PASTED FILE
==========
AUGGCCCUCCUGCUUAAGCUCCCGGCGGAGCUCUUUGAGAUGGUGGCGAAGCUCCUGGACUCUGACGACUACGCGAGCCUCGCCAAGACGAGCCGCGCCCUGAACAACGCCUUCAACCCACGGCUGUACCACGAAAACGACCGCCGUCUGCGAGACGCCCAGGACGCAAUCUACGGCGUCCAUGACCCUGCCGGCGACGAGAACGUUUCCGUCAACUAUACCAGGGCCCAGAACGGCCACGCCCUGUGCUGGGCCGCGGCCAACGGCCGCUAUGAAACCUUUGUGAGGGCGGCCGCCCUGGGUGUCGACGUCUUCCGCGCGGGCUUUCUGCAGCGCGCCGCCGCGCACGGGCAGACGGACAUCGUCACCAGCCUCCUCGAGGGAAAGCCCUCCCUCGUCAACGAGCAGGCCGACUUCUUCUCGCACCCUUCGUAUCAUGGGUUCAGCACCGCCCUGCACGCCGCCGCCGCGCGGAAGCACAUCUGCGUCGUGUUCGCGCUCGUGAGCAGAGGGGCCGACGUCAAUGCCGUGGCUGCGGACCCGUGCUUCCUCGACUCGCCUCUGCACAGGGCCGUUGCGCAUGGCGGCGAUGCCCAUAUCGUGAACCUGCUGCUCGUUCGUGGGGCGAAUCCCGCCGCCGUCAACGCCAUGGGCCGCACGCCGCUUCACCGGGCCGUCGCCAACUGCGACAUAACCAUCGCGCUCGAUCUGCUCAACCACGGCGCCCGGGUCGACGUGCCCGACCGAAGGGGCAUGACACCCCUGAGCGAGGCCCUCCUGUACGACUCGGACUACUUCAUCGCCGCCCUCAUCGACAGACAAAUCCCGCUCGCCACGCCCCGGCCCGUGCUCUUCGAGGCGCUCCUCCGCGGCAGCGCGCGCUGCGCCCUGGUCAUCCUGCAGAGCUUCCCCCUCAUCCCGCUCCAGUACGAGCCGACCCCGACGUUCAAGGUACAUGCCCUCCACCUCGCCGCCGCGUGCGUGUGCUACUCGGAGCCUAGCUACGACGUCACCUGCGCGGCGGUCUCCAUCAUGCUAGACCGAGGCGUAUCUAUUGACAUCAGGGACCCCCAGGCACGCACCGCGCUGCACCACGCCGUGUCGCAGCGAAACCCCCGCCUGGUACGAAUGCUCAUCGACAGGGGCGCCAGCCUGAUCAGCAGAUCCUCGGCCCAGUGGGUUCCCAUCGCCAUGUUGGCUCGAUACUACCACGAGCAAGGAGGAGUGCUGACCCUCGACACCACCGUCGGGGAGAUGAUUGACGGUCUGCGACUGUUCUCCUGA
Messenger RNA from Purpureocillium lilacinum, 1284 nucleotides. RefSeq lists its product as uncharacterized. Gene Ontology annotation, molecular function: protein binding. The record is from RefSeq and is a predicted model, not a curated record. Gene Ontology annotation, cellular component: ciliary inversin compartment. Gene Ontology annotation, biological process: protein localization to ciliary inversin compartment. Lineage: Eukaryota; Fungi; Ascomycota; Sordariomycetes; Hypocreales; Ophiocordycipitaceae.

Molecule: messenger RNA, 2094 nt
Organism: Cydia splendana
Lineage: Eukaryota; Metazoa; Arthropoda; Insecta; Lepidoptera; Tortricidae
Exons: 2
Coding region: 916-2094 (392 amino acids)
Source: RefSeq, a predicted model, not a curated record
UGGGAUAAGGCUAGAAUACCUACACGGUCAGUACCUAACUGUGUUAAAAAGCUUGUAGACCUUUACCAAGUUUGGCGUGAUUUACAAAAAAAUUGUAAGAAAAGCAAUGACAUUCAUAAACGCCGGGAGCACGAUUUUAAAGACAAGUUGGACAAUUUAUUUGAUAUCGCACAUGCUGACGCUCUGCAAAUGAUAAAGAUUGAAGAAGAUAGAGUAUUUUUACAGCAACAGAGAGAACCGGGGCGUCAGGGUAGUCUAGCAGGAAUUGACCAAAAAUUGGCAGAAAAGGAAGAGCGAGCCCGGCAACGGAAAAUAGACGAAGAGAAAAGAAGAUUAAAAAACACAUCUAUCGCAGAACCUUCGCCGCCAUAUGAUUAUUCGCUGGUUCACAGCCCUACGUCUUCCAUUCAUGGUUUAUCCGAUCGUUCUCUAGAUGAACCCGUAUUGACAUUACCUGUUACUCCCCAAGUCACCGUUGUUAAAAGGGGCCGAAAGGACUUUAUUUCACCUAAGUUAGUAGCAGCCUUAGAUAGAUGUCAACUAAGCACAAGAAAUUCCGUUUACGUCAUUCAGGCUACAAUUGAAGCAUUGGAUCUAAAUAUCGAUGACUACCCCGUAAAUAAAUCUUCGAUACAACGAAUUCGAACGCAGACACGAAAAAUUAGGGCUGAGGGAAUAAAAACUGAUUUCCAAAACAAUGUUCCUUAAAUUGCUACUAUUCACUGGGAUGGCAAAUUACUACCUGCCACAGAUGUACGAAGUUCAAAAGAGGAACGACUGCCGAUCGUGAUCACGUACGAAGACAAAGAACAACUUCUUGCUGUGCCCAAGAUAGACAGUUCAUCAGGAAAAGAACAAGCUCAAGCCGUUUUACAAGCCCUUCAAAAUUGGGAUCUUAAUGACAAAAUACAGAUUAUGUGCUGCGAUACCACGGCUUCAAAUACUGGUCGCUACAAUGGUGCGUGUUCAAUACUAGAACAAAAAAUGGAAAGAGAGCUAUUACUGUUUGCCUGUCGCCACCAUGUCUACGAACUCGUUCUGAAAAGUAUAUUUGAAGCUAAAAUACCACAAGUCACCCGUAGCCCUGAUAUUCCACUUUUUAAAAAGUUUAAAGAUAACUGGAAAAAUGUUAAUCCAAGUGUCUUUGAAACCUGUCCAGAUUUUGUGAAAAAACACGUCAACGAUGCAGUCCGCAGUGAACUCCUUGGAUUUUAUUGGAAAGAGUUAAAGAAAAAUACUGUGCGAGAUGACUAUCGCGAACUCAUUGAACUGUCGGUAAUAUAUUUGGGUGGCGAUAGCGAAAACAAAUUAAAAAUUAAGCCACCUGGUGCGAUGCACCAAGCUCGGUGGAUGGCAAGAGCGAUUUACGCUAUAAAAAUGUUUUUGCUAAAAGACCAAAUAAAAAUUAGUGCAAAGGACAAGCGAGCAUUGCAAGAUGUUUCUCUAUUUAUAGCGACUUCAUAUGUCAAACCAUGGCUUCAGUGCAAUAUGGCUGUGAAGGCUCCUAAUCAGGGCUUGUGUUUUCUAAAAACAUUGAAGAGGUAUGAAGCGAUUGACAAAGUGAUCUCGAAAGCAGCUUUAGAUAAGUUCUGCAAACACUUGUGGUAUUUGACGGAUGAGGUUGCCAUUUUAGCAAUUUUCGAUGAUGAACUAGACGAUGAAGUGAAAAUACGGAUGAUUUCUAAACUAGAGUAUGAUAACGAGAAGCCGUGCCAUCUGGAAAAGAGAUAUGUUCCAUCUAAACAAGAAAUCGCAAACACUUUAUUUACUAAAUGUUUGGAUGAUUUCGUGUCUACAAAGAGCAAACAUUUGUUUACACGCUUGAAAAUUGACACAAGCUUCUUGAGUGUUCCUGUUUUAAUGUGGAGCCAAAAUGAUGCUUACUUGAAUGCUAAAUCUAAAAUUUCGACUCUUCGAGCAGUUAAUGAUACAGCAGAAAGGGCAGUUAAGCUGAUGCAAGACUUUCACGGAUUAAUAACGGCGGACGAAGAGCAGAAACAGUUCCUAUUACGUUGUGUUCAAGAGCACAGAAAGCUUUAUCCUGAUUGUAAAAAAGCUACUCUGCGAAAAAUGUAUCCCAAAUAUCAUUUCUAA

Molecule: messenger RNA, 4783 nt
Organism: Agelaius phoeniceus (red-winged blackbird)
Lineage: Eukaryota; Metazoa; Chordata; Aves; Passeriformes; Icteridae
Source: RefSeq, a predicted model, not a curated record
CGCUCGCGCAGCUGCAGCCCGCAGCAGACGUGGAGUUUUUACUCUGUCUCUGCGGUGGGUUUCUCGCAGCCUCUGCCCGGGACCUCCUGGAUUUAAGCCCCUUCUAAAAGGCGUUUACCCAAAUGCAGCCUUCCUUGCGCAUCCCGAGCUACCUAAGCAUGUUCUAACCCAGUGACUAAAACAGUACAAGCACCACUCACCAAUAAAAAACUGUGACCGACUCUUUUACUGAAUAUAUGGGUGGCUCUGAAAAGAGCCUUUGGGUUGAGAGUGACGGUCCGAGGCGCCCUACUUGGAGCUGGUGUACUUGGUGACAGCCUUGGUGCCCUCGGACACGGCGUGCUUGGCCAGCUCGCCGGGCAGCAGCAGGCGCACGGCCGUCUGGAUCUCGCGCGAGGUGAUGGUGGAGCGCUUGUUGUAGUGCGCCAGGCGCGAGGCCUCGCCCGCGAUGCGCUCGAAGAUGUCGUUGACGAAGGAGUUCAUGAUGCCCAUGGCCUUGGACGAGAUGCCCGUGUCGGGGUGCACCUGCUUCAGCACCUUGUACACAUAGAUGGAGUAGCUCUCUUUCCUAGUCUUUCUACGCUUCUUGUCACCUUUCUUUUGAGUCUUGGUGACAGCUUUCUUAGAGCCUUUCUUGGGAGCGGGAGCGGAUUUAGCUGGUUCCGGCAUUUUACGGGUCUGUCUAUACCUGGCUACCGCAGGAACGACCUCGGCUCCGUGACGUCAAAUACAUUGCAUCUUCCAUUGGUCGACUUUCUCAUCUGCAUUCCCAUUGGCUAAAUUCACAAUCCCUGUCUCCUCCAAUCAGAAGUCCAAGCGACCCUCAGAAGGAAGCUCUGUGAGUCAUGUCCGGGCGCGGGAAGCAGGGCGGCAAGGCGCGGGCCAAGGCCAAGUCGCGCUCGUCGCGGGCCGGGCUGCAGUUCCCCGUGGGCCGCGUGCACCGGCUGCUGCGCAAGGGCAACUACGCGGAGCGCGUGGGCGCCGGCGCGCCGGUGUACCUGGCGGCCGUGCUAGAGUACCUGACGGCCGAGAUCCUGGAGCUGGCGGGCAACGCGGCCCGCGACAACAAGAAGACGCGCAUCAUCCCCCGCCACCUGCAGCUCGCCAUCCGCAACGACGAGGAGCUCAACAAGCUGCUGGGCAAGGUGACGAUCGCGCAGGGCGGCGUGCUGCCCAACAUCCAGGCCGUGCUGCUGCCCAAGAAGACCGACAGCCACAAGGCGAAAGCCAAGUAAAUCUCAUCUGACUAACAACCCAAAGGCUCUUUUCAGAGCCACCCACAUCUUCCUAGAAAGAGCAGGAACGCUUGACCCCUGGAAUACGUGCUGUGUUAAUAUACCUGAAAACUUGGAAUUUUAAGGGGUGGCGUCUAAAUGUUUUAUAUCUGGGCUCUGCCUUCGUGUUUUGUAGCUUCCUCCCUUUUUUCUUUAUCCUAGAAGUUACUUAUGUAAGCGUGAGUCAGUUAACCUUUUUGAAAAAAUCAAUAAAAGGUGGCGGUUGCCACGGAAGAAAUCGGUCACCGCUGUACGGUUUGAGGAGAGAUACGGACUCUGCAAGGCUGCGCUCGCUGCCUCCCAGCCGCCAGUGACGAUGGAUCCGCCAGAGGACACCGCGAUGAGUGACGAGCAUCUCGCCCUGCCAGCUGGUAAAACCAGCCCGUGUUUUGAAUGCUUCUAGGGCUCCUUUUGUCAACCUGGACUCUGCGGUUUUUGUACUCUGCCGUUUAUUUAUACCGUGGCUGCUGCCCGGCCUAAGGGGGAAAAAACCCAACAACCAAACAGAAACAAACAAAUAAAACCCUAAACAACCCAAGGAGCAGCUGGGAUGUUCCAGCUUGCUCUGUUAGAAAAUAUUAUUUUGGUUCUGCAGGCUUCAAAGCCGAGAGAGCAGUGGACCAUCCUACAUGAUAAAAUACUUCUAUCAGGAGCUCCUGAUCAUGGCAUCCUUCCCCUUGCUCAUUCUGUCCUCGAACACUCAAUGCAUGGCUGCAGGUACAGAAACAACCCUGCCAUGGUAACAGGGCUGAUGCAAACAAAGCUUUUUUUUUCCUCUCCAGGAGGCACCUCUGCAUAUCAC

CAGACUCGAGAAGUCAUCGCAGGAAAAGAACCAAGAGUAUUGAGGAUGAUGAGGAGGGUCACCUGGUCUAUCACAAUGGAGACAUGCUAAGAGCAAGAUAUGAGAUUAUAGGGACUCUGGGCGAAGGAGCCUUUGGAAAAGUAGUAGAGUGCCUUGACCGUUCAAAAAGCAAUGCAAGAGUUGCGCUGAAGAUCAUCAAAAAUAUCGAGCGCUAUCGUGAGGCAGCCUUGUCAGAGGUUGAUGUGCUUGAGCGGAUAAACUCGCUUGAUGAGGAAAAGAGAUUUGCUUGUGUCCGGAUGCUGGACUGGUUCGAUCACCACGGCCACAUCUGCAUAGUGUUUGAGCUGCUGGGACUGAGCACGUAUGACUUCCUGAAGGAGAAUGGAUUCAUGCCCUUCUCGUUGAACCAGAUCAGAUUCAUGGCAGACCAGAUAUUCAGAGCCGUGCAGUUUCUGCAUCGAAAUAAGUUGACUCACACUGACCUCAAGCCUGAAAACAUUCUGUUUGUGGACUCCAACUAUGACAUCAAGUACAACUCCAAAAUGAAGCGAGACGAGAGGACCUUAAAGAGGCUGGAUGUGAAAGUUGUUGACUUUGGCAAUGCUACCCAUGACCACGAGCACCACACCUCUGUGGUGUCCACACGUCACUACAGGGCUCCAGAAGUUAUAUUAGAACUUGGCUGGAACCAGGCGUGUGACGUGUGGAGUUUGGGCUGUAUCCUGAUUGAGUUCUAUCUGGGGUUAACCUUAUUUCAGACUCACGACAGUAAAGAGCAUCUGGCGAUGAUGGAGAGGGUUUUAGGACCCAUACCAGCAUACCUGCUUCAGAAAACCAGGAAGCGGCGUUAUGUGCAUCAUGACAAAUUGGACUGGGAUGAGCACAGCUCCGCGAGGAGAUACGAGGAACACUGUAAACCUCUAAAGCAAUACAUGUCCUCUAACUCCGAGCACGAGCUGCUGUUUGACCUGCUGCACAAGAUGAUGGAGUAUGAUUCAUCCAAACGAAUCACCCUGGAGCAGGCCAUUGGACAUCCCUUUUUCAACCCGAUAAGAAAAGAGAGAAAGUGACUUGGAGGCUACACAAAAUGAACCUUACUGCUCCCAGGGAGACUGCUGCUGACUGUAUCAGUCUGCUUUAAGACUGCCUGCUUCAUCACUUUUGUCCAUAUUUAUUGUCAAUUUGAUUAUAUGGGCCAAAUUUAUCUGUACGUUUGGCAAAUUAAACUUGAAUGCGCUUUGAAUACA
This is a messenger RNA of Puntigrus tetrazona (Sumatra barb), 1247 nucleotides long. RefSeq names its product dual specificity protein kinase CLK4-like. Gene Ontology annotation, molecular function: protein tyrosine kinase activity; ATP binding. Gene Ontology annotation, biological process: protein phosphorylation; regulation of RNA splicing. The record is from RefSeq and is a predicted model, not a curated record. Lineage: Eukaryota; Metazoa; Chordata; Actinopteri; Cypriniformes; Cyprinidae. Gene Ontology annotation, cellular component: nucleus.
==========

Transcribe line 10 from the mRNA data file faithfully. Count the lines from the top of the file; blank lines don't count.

Molecule: messenger RNA, 4783 nt